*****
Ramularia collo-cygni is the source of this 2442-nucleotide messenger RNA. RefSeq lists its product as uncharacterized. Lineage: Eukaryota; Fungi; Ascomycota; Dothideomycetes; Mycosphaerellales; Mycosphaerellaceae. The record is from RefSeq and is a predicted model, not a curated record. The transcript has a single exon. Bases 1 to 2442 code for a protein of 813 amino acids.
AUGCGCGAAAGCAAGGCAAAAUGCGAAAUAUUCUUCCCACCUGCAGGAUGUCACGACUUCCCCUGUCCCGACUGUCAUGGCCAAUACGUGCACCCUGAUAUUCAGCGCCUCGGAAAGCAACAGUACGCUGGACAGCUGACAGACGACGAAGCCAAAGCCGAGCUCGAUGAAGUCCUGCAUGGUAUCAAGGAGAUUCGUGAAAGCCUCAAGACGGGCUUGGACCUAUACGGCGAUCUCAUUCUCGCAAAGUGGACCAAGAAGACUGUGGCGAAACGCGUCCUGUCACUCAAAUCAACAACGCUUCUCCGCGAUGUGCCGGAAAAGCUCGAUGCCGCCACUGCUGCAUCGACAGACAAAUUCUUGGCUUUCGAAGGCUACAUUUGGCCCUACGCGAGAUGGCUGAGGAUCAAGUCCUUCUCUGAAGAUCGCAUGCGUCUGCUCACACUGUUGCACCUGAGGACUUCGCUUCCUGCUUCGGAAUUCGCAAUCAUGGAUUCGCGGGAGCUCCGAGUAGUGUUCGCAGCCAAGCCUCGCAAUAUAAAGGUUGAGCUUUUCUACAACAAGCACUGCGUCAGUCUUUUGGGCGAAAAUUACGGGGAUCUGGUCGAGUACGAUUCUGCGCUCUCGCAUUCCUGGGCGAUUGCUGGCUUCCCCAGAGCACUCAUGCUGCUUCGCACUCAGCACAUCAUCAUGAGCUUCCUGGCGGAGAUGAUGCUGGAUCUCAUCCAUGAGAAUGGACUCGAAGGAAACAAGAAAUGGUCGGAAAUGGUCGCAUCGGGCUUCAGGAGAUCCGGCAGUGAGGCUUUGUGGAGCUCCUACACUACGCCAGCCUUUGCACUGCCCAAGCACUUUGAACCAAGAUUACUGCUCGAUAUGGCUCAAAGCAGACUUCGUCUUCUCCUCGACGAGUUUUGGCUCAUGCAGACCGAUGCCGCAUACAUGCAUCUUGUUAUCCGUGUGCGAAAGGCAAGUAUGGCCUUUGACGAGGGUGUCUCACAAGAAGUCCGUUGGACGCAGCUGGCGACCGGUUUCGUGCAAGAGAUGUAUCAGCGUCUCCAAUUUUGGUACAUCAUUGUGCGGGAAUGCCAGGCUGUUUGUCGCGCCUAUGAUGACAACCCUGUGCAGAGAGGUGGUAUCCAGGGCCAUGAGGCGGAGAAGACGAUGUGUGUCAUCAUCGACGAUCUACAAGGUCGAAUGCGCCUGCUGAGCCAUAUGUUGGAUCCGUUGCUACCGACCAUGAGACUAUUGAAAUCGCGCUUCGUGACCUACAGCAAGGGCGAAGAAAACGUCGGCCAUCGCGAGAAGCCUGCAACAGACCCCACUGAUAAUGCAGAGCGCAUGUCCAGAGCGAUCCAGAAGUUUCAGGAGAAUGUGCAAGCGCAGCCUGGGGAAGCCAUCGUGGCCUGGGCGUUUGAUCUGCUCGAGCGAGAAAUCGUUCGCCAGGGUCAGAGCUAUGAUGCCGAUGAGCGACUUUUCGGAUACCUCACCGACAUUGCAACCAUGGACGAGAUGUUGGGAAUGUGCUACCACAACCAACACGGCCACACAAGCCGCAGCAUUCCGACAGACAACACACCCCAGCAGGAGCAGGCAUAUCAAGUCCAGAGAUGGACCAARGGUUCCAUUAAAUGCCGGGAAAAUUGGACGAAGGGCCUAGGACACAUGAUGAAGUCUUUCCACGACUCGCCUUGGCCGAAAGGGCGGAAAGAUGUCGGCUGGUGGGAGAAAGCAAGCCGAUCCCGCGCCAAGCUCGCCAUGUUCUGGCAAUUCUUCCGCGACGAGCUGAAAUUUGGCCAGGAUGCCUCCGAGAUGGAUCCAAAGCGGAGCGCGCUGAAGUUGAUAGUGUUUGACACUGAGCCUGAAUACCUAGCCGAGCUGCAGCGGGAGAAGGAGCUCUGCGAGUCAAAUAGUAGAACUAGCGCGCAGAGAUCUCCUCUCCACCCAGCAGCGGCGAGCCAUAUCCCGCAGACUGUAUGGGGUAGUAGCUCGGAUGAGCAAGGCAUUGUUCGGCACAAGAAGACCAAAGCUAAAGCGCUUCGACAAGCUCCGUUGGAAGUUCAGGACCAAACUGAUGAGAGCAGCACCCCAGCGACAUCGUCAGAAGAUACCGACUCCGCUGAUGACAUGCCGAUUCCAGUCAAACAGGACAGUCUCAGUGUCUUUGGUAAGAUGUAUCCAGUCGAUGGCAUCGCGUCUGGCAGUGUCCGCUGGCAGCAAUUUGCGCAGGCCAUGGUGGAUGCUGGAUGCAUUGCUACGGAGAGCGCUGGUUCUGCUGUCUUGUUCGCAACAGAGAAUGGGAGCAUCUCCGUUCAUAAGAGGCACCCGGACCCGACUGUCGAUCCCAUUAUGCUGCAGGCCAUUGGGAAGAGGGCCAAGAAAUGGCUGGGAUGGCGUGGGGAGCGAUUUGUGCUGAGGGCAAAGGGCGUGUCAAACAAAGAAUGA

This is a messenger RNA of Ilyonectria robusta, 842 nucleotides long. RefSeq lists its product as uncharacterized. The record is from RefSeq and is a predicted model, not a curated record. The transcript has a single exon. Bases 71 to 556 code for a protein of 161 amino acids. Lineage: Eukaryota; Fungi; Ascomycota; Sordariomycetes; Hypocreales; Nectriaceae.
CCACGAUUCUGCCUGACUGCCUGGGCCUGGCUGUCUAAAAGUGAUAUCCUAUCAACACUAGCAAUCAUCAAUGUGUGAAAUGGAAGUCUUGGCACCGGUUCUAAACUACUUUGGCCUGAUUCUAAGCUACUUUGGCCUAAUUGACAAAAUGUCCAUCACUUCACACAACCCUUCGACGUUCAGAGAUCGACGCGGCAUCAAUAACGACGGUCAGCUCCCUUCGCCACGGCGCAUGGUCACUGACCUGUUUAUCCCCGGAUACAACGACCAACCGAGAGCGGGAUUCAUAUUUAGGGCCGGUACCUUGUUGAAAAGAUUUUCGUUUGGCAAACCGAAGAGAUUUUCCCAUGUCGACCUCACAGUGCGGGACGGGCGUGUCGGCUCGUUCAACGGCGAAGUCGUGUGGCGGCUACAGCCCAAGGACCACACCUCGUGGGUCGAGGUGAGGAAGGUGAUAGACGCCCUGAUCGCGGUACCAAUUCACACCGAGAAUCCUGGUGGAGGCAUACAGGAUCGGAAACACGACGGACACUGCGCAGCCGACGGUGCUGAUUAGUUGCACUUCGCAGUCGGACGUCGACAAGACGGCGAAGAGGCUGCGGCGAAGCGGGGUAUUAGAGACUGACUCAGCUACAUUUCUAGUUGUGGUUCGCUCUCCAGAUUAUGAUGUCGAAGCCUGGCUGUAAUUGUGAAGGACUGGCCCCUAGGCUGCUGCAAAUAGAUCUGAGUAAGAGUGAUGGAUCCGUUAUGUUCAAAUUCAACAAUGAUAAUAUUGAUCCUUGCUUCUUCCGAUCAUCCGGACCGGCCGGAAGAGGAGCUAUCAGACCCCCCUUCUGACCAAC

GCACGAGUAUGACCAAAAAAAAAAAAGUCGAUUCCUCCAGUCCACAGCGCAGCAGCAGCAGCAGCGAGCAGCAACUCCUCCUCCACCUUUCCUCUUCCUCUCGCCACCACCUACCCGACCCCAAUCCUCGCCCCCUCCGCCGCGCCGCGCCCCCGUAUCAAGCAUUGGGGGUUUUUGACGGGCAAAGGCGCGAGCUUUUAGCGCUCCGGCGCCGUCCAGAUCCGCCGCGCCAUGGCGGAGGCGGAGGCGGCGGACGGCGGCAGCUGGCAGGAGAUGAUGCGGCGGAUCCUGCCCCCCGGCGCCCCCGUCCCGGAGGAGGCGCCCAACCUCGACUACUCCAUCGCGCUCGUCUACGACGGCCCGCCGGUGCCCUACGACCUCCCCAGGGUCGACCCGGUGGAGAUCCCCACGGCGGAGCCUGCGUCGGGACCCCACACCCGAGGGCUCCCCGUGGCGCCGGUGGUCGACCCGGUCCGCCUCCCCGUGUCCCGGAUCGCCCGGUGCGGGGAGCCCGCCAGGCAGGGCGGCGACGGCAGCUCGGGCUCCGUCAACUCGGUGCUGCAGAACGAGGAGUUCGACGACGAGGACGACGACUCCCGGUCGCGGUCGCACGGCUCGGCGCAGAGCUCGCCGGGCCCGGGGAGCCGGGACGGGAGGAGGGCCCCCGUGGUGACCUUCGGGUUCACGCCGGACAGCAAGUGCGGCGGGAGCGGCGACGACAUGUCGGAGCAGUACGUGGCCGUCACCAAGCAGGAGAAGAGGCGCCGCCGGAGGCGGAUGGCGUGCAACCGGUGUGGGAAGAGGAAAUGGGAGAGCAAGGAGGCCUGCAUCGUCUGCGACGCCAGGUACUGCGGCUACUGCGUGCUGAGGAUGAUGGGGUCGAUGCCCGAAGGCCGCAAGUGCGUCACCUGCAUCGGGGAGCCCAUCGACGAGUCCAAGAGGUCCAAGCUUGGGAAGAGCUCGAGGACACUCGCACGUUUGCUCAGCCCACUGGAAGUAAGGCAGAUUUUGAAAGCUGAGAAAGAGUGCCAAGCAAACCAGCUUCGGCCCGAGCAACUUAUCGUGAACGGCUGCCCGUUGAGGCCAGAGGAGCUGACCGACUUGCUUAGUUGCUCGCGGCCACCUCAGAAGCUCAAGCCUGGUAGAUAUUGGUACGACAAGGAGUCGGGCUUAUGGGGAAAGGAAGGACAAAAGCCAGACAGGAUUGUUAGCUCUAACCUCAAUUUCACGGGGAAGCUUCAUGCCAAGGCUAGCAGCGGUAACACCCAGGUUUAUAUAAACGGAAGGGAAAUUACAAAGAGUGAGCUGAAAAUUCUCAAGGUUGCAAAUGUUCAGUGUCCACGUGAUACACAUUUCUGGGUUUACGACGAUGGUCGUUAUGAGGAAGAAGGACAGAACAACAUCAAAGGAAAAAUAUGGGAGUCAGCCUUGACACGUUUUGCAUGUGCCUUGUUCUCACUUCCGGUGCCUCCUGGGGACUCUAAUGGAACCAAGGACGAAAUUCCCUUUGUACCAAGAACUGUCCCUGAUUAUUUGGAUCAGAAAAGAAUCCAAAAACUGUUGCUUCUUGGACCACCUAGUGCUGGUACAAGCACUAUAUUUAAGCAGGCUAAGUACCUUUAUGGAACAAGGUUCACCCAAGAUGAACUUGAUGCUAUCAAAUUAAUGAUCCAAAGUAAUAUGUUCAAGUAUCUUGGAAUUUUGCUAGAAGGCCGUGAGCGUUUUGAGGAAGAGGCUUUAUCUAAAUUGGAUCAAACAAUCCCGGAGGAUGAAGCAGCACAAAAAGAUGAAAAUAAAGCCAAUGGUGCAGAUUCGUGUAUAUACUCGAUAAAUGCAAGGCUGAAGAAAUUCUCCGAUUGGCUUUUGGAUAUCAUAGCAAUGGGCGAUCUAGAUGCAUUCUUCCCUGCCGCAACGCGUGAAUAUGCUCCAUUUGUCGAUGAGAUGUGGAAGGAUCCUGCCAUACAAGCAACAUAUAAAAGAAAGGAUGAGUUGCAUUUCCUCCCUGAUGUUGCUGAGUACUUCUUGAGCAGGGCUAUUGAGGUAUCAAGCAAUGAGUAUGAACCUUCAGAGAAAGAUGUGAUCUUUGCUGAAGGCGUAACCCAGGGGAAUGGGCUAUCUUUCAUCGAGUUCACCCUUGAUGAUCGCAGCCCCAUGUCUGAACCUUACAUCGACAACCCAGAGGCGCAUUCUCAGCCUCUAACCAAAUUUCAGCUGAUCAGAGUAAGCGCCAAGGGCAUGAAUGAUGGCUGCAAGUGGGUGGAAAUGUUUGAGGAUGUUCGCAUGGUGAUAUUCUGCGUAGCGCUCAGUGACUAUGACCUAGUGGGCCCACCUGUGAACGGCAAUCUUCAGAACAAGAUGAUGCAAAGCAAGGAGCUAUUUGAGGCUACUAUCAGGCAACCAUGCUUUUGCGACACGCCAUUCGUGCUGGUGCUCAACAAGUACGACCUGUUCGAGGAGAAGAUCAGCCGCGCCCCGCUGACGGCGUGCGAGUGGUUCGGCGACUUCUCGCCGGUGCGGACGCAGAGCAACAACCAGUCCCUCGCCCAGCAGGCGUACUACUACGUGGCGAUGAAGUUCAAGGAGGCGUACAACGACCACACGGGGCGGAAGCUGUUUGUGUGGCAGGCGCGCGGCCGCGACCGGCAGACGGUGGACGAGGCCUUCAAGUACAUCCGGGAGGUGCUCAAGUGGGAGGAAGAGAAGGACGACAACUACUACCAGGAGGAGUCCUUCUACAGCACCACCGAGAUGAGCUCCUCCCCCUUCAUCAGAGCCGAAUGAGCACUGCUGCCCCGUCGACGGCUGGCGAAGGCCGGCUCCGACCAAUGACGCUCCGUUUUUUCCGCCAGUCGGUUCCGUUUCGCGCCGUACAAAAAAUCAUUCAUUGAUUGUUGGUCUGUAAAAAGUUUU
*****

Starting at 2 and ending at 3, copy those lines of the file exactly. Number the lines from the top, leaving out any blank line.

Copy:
AUGCGCGAAAGCAAGGCAAAAUGCGAAAUAUUCUUCCCACCUGCAGGAUGUCACGACUUCCCCUGUCCCGACUGUCAUGGCCAAUACGUGCACCCUGAUAUUCAGCGCCUCGGAAAGCAACAGUACGCUGGACAGCUGACAGACGACGAAGCCAAAGCCGAGCUCGAUGAAGUCCUGCAUGGUAUCAAGGAGAUUCGUGAAAGCCUCAAGACGGGCUUGGACCUAUACGGCGAUCUCAUUCUCGCAAAGUGGACCAAGAAGACUGUGGCGAAACGCGUCCUGUCACUCAAAUCAACAACGCUUCUCCGCGAUGUGCCGGAAAAGCUCGAUGCCGCCACUGCUGCAUCGACAGACAAAUUCUUGGCUUUCGAAGGCUACAUUUGGCCCUACGCGAGAUGGCUGAGGAUCAAGUCCUUCUCUGAAGAUCGCAUGCGUCUGCUCACACUGUUGCACCUGAGGACUUCGCUUCCUGCUUCGGAAUUCGCAAUCAUGGAUUCGCGGGAGCUCCGAGUAGUGUUCGCAGCCAAGCCUCGCAAUAUAAAGGUUGAGCUUUUCUACAACAAGCACUGCGUCAGUCUUUUGGGCGAAAAUUACGGGGAUCUGGUCGAGUACGAUUCUGCGCUCUCGCAUUCCUGGGCGAUUGCUGGCUUCCCCAGAGCACUCAUGCUGCUUCGCACUCAGCACAUCAUCAUGAGCUUCCUGGCGGAGAUGAUGCUGGAUCUCAUCCAUGAGAAUGGACUCGAAGGAAACAAGAAAUGGUCGGAAAUGGUCGCAUCGGGCUUCAGGAGAUCCGGCAGUGAGGCUUUGUGGAGCUCCUACACUACGCCAGCCUUUGCACUGCCCAAGCACUUUGAACCAAGAUUACUGCUCGAUAUGGCUCAAAGCAGACUUCGUCUUCUCCUCGACGAGUUUUGGCUCAUGCAGACCGAUGCCGCAUACAUGCAUCUUGUUAUCCGUGUGCGAAAGGCAAGUAUGGCCUUUGACGAGGGUGUCUCACAAGAAGUCCGUUGGACGCAGCUGGCGACCGGUUUCGUGCAAGAGAUGUAUCAGCGUCUCCAAUUUUGGUACAUCAUUGUGCGGGAAUGCCAGGCUGUUUGUCGCGCCUAUGAUGACAACCCUGUGCAGAGAGGUGGUAUCCAGGGCCAUGAGGCGGAGAAGACGAUGUGUGUCAUCAUCGACGAUCUACAAGGUCGAAUGCGCCUGCUGAGCCAUAUGUUGGAUCCGUUGCUACCGACCAUGAGACUAUUGAAAUCGCGCUUCGUGACCUACAGCAAGGGCGAAGAAAACGUCGGCCAUCGCGAGAAGCCUGCAACAGACCCCACUGAUAAUGCAGAGCGCAUGUCCAGAGCGAUCCAGAAGUUUCAGGAGAAUGUGCAAGCGCAGCCUGGGGAAGCCAUCGUGGCCUGGGCGUUUGAUCUGCUCGAGCGAGAAAUCGUUCGCCAGGGUCAGAGCUAUGAUGCCGAUGAGCGACUUUUCGGAUACCUCACCGACAUUGCAACCAUGGACGAGAUGUUGGGAAUGUGCUACCACAACCAACACGGCCACACAAGCCGCAGCAUUCCGACAGACAACACACCCCAGCAGGAGCAGGCAUAUCAAGUCCAGAGAUGGACCAARGGUUCCAUUAAAUGCCGGGAAAAUUGGACGAAGGGCCUAGGACACAUGAUGAAGUCUUUCCACGACUCGCCUUGGCCGAAAGGGCGGAAAGAUGUCGGCUGGUGGGAGAAAGCAAGCCGAUCCCGCGCCAAGCUCGCCAUGUUCUGGCAAUUCUUCCGCGACGAGCUGAAAUUUGGCCAGGAUGCCUCCGAGAUGGAUCCAAAGCGGAGCGCGCUGAAGUUGAUAGUGUUUGACACUGAGCCUGAAUACCUAGCCGAGCUGCAGCGGGAGAAGGAGCUCUGCGAGUCAAAUAGUAGAACUAGCGCGCAGAGAUCUCCUCUCCACCCAGCAGCGGCGAGCCAUAUCCCGCAGACUGUAUGGGGUAGUAGCUCGGAUGAGCAAGGCAUUGUUCGGCACAAGAAGACCAAAGCUAAAGCGCUUCGACAAGCUCCGUUGGAAGUUCAGGACCAAACUGAUGAGAGCAGCACCCCAGCGACAUCGUCAGAAGAUACCGACUCCGCUGAUGACAUGCCGAUUCCAGUCAAACAGGACAGUCUCAGUGUCUUUGGUAAGAUGUAUCCAGUCGAUGGCAUCGCGUCUGGCAGUGUCCGCUGGCAGCAAUUUGCGCAGGCCAUGGUGGAUGCUGGAUGCAUUGCUACGGAGAGCGCUGGUUCUGCUGUCUUGUUCGCAACAGAGAAUGGGAGCAUCUCCGUUCAUAAGAGGCACCCGGACCCGACUGUCGAUCCCAUUAUGCUGCAGGCCAUUGGGAAGAGGGCCAAGAAAUGGCUGGGAUGGCGUGGGGAGCGAUUUGUGCUGAGGGCAAAGGGCGUGUCAAACAAAGAAUGA

This is a messenger RNA of Ilyonectria robusta, 842 nucleotides long. RefSeq lists its product as uncharacterized. The record is from RefSeq and is a predicted model, not a curated record. The transcript has a single exon. Bases 71 to 556 code for a protein of 161 amino acids. Lineage: Eukaryota; Fungi; Ascomycota; Sordariomycetes; Hypocreales; Nectriaceae.